Most of us have the experience of attending long presentations that leave us feeling drained. Here are some tips to incorporate while preparing a presentation, to help keep it engaging and accessible.
Plan with your goals in mind
The purpose of your presentation should be clear. List your objectives, including the impact you want to have on your audience. Do you just need to communicate information, or are you trying to persuade them? What is relevant to the audience? Why should they listen to you? You can state the outcomes of your presentation at the beginning of your presentation to show the audience you care what they think and want to deliver a positive impact.
Using visual aids like a PowerPoint
You should be the main focus of your presentation, not your slides! It can be more engaging for a presenter to talk from memory. This makes the presentation feel more like a conversation with the audience. However, as this is not always possible in the business sphere, we have put together some tips to help you make your presentations more visually appealing
Maximum seven items per slide
Have you heard of 'The Magical Number Seven'? This is a paper written by George A. Miller of Harvard University in 1956. It hypothesises that humans have a cognitive cap which allows only a few pieces of information in our working memory at once. Since it was published, further studies have been conducted to show that sometimes things can be more complicated than that, but the main point still holds up.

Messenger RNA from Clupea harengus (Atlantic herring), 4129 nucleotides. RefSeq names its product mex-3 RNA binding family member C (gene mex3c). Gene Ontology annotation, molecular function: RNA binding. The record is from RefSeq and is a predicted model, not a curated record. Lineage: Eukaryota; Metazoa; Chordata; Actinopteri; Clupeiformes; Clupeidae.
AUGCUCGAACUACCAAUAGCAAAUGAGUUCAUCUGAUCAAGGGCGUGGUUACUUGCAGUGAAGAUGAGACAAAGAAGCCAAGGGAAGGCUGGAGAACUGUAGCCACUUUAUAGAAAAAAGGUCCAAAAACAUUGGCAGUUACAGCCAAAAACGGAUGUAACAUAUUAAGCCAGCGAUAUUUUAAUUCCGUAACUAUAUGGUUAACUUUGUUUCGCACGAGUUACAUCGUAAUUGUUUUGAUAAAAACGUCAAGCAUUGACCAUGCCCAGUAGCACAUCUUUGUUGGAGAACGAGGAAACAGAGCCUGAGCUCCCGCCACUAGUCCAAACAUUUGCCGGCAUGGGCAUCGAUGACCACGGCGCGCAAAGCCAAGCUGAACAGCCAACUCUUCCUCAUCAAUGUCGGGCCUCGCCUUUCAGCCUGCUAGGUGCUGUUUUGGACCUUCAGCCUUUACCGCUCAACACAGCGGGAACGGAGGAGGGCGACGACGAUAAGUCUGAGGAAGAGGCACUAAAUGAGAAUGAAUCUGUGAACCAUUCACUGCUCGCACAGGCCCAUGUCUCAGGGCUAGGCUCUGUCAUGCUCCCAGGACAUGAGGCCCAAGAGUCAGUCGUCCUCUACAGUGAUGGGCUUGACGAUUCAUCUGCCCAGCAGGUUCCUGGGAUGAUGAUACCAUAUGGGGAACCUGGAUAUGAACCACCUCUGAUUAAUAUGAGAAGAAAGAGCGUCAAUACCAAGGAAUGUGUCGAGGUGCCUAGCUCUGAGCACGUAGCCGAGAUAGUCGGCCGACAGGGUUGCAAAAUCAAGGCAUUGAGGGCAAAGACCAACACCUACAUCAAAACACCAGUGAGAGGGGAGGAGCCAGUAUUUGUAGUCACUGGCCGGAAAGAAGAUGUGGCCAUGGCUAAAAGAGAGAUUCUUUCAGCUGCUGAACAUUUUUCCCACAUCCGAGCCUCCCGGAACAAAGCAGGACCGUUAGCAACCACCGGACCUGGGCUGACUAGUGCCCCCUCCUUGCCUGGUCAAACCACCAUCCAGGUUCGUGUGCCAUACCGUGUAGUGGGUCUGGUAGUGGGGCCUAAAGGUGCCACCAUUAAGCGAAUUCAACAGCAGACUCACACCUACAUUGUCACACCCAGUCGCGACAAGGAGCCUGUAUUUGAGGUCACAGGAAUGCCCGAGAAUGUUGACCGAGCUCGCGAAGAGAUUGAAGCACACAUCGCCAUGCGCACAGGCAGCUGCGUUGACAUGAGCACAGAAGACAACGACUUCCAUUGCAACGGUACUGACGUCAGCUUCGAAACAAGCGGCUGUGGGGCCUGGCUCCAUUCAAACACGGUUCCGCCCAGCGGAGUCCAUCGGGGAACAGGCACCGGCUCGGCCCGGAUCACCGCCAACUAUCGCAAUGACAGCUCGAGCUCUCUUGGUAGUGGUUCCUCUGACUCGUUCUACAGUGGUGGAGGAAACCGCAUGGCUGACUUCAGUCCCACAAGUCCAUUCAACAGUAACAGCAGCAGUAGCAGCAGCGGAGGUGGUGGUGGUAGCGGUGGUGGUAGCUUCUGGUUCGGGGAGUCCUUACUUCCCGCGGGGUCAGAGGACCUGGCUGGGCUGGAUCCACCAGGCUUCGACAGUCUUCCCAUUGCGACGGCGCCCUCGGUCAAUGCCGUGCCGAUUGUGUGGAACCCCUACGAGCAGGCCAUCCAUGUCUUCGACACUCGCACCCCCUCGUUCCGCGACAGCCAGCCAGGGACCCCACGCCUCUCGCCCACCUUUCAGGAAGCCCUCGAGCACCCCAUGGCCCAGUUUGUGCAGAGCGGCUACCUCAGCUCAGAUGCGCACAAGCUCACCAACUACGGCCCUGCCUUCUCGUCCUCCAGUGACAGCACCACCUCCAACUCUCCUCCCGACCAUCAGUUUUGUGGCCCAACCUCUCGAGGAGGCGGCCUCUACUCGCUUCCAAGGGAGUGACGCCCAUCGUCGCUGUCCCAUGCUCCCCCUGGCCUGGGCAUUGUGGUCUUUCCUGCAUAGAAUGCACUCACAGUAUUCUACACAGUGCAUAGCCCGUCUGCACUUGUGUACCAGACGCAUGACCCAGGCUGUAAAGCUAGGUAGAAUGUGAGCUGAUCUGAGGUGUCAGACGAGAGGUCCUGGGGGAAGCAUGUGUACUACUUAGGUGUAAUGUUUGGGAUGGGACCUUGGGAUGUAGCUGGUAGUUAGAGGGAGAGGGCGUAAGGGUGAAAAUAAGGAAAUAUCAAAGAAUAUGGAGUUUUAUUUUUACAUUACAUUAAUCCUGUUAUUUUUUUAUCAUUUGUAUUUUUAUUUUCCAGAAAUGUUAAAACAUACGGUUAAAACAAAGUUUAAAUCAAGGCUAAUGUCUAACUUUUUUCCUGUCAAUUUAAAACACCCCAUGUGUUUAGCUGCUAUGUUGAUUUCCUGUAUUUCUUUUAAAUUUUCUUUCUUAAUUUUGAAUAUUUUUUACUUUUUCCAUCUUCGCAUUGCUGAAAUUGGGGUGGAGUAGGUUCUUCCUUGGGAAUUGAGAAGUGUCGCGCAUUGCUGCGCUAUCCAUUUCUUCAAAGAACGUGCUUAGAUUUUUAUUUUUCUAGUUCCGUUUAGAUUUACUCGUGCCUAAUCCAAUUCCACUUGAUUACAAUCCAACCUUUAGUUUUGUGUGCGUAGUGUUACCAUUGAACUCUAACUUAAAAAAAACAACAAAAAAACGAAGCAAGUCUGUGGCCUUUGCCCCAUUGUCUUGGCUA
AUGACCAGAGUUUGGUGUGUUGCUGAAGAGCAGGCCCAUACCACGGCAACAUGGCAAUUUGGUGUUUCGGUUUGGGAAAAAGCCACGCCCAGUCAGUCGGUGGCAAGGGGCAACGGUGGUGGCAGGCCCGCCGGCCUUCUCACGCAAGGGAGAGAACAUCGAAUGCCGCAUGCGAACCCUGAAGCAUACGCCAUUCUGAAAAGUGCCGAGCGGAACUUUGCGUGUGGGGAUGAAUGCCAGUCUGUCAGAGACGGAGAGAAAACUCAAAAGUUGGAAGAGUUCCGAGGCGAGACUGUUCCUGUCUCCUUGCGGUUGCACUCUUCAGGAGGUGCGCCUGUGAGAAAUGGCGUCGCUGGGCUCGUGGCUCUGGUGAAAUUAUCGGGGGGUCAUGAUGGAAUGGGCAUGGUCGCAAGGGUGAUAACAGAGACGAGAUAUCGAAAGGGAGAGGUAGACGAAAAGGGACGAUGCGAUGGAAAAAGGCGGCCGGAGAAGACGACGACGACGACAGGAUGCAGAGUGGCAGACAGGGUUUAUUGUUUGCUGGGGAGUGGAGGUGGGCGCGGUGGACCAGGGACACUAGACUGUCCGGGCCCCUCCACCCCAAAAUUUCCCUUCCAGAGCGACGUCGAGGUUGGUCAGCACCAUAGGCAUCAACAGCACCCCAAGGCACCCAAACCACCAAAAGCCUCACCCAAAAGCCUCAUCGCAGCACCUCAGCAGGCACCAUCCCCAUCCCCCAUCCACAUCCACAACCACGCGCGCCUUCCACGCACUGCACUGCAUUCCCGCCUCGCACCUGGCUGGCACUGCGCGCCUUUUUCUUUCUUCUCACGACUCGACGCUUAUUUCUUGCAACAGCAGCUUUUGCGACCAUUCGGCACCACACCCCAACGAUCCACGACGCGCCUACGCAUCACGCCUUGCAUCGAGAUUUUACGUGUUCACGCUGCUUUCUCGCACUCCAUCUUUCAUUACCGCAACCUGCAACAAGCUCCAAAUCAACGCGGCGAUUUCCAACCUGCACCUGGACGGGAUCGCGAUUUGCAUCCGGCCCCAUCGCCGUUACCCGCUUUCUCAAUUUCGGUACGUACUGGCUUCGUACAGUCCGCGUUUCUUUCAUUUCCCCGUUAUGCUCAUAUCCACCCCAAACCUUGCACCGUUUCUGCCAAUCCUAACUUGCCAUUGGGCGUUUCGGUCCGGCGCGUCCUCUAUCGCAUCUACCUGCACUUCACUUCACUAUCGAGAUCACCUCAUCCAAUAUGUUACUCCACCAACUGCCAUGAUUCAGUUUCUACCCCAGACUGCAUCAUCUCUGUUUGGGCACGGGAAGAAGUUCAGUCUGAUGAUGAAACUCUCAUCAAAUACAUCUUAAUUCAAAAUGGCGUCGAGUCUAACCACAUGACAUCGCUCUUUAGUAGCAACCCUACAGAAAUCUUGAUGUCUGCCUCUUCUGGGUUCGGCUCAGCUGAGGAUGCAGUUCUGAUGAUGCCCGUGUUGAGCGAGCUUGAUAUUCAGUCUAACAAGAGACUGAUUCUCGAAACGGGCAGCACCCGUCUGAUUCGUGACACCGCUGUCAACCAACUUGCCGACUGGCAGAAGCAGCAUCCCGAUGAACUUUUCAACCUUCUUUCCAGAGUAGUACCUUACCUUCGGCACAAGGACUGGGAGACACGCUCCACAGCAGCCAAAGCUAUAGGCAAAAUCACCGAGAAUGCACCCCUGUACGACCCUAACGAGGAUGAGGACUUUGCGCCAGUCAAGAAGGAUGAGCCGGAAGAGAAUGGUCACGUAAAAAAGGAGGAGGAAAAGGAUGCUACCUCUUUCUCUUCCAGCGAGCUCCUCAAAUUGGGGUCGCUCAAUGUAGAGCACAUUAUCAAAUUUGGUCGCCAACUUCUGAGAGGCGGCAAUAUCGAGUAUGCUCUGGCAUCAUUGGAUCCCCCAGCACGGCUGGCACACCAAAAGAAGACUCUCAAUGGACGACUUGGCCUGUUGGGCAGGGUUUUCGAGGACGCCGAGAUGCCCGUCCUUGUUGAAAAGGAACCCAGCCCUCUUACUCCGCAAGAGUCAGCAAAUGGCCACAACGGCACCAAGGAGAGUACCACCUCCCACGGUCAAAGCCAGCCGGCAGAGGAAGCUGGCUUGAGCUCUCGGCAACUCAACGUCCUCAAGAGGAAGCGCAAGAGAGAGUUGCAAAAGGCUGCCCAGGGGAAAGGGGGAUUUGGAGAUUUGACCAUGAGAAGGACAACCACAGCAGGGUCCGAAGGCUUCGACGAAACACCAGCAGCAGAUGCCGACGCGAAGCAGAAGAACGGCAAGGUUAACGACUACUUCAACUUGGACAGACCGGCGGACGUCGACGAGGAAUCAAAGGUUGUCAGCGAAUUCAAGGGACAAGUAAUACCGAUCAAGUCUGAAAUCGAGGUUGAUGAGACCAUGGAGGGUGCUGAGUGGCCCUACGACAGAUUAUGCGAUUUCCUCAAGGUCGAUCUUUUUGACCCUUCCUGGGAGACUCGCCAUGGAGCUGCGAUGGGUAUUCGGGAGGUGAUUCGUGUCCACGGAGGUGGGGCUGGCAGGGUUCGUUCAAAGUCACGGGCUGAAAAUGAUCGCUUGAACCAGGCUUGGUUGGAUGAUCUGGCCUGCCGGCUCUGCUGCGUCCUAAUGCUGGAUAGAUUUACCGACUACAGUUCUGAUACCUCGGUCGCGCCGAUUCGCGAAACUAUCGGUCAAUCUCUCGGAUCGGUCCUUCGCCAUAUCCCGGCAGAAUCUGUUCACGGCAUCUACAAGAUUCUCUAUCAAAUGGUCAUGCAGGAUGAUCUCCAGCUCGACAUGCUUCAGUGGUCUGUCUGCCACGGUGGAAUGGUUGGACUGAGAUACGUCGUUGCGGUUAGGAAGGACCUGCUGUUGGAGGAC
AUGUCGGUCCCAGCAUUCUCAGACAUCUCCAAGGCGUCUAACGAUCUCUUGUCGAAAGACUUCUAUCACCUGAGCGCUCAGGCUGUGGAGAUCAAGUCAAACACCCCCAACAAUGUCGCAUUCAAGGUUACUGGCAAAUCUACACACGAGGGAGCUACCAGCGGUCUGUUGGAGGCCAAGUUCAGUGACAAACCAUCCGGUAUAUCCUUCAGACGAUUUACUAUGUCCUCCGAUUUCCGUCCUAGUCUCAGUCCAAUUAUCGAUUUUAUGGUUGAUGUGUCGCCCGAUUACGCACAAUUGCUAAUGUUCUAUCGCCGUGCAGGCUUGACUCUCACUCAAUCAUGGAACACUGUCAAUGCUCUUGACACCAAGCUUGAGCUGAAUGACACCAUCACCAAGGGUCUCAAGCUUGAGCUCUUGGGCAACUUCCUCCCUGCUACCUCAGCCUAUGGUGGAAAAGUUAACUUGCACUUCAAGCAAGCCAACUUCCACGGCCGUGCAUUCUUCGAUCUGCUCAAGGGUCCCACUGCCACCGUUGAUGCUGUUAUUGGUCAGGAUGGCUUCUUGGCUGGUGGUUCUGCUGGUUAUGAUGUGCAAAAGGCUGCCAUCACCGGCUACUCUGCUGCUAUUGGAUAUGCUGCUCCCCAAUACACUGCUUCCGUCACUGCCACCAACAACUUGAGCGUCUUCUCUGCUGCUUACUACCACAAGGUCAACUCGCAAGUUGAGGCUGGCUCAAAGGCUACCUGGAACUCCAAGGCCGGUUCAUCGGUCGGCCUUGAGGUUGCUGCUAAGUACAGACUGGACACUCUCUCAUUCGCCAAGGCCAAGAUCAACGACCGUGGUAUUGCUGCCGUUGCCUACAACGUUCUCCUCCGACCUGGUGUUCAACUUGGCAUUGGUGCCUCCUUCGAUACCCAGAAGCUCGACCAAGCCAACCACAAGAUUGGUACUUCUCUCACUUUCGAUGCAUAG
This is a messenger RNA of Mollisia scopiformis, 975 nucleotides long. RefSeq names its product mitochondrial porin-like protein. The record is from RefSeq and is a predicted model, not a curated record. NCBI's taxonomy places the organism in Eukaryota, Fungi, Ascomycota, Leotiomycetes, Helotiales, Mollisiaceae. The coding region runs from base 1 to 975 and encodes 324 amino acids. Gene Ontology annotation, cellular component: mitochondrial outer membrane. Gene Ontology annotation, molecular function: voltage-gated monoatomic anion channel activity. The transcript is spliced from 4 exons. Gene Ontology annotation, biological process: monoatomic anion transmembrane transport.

Human brains have trouble processing seven or more items at once. To make sure your audience is not overwhelmed by information, try to keep the number of items on each slide of your PowerPoint to six or seven. For instance, you might have six bullet points. The text in the bullet points should also be as concise as possible.
Calls to action
While planning, make sure the purpose of your presentation will be clear to the audience. Once you’ve finished presenting, your audience may be left thinking “Ok, so now what?”. You should come up with some concrete steps to help them put the content to use and include them near the end of your presentation. The clearer your instructions are, the more easily they will be able to use your information in the way you want them to.
It can also be helpful to remind the audience of why your presentation should be important to them personally. You could
prepare a story to demonstrate a problem or a need for action. If you can create something emotionally moving it will be even
Preparing for accessibility
People with disability have a right to access presentations. But accessibility can be beneficial to everyone, not just those with disability. Making content clear, concise, easy to hear and see, and available in multiple formats, will allow participants to get the most out of your content.
When creating materials for a presentation, aim to meet at least level AA of the Web Content Accessibility Guidelines (WCAG). You should add alternative text to images and mark up headings. Slides should have a consistent design, good contrast and minimal content in a large font. The less text you put on a slide, the easier it is for everyone to understand. Text should also be written in plain language. Include an overview at the start and a summary at the end to make information more digestible.
Provide digital materials in multiple formats in advance so participants can be familiar with the materials before the presentation. Avoid providing materials in PDF format because these may not be accessible even when tagged. Customisable text like HTML or a Word document is preferable. Later, you can provide audio recordings and transcripts of the presentation.
Make sure you are using an accessible remote meeting platform if you are giving your presentation online. Arrange for service providers like captioners and interpreters where needed.